- Why does monitoring receive special attention?
- What is reflexive monitoring?
- How is reflexive monitoring different?
- What are the other objectives of evaluation and monitoring?
- Can learning be combined with accountability?
- Why is participation important?
- What is the role of the reflexive monitor?
- What are the monitorís tasks?
- Is an external monitor necessary?
- What do I monitor or evaluate?
How is reflexive monitoring different?
Ways in which reflexive monitoring differs from ‘traditional' monitoring include the following:
- The point of departure is normative because reflexive monitoring is guided by the ambitions for system innovation in the programme or project together with the underlying theory (on this point, see also ‘About transitions')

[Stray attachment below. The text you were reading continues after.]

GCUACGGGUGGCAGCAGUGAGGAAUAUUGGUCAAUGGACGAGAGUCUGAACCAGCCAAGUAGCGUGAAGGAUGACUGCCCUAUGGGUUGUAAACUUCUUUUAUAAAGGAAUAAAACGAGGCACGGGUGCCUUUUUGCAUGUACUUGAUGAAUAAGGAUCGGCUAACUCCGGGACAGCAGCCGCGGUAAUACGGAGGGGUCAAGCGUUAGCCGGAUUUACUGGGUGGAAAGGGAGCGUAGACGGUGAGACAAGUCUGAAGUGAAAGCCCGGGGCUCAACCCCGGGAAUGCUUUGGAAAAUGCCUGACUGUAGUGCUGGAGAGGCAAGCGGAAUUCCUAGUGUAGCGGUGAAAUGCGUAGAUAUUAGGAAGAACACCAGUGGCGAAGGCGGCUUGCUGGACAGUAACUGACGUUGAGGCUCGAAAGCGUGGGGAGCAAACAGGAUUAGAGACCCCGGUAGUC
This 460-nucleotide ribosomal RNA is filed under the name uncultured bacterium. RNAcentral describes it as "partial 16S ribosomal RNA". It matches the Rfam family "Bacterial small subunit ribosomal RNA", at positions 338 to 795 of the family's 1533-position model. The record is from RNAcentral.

- It is a continuous process of reflection and action (learning-by-doing) and a powerful tool for programme management
- It is attuned to the (long term) ambitions and the system approach in the programme, and identifies weak and early signals for change
- it incorporates external landscape developments, looking for barriers and drivers that may impact the outcome in term of long term systems innovation
- reflexive monitoring is a participatory process, actively involving stakeholders, programme managers, financers and so forth
- the participants engage in critical reflection on drivers and barriers - be they institutional obstacles, ‘mental models' or deeper convictions and cultural values - to generate creative ideas to overcome barriers and to benefit from drivers
- reflexive monitoring not only raises questions about the actual performance of activities, but also about the objectives, target groups and strategies of the programme or project, and by doing so helps strengthening coherence throughout the programme.